On 12th July, RSA Japan Fellows’ Network hosted an afternoon session at the British Embassy in Tokyo, bringing together five homegrown Japanese social initiatives to discuss what inspired them to get started, how they gained traction and how they manage to keep going. Steve Martin FRSA, Director of Eat Creative, prompted the discussions with questions such as “What do you wish you had known when you were starting out?” “Why do you do what you do?” and “What is needed beyond passion, to ensure a venture will survive?”.
Topics discussed included the different types of legal structures available for social organisations in Japan, best practices for interaction with local and national government and getting the right balance between business and passion.
The answers were refreshing and energising and seemed to suggest a new breed of passionate pragmatists that can take Japanese social enterprise to the next level.
Below is a selection of highlights from the discussion:
“A breakthrough for us was when we discovered the power of getting people involved. Instead of making the Geiger counters ourselves, we sold kits so that people could make their own.” (Pieter Franken, Safecast)
“You don’t learn if you don’t do.” (Pieter Franken, Safecast)
“I can’t vote in this country so my work is my way of voting.” (Charles McJilton FRSA, Second Harvest Japan)
“We don’t try to help people. We want to change the way things are done.” (Charles McJilton FRSA, Second Harvest Japan)
“Art is a way to connect with people across cultures. And it’s fun. I discovered its power when living abroad as a child and now I want to share it with others.” Shuku Ebihara, Kuriya
“I do this because litter is a big problem. I like big problems. They make me a big hero!” (Fujio Kojima, Pirika)
“A lot of social ventures get stuck in a bad cycle. Our job is to help them break out of this cycle and transition into a good cycle.” (Kenji Hosokawa, Social Venture Partners Tokyo)
Feedback from the event was very positive with participants citing the informal structure, opportunity for in-depth discussion on ‘real-world’ issues that really matter to the success of social ventures and the wide variety of guests from all areas of Japan’s non-profit sector.
There was a lot of interest in a follow-up session – we are working on this now.
Background to the speakers’ organisations:
Safecast Set up in the aftermath of the 3/11 earthquake and tsunami, Safecast’s remit is to collect environmental data and make it available for everyone (‘Open environmental data for everyone’). They have built up a large data set of radiation levels through a open source process of collection (buy and build your own Geiger counter from their site) and are now working on an air pollution measurement project. Their network has grown beyond Japan sporting many collaborations with citizens, universities, NGOs and companies across the globe. http://blog.safecast.org/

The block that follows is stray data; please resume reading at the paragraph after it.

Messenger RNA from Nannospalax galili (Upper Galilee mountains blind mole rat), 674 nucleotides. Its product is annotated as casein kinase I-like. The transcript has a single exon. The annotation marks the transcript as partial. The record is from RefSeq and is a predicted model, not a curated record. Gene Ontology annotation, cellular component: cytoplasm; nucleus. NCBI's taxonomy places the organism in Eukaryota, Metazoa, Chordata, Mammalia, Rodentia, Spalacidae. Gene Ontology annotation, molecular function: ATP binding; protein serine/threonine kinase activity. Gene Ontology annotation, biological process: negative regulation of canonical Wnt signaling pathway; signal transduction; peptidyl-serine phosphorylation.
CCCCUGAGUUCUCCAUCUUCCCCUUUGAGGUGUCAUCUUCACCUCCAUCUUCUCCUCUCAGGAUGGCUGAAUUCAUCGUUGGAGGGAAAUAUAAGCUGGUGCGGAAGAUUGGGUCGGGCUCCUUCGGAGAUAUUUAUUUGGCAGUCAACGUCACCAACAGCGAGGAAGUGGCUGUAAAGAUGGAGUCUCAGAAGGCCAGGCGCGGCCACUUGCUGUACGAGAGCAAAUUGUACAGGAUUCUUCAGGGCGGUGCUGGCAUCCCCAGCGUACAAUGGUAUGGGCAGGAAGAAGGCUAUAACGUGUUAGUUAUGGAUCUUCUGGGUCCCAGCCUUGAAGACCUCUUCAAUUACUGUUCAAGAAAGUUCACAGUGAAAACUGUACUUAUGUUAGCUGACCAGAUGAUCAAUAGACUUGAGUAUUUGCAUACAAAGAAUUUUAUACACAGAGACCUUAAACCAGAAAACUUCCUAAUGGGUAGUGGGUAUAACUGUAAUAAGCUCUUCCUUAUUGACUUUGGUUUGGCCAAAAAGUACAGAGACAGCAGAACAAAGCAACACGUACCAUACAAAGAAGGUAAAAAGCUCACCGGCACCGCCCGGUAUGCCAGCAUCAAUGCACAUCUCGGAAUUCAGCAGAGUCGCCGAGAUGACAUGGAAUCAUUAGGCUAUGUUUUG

Pirika A young startup set up to “Solve environmental problems with the power of science and technology”. With an initial focus on litter, they have so far developed an ‘anti-litter smartphone app’ and a litter research and analysis programme – ‘Takanome’. http://en.corp.pirika.org/
Kuriya/Shinjuku Art Project runs workshops that “empower participants to feel the positive aspects of being different”. Their focus is the promotion of a more diverse society to provide Japan with more potential in the future. Be it national and ethnic background, ability or sexual orientation SAP believe that having a broad range of people with diverse points of view and skills working together is a much more powerful approach to solving issues. https://www.facebook.com/ShinjukuArtProject/
Second Harvest Japan has been pioneering food banking in Japan since 2002. It works to make sure people have enough food in Japan by matching surplus food with those in need as well as welfare institutions, faith-based groups and other nonprofits. Over 940 companies have donated food since 2002. http://2hj.org/
Social Venture Partners Tokyo: a network of engaged philanthropists (Partners) that aims to accelerate social entrepreneurship in Japan. Part of an international network, SVPT support and advise Pirika. http://www.svptokyo.org/english/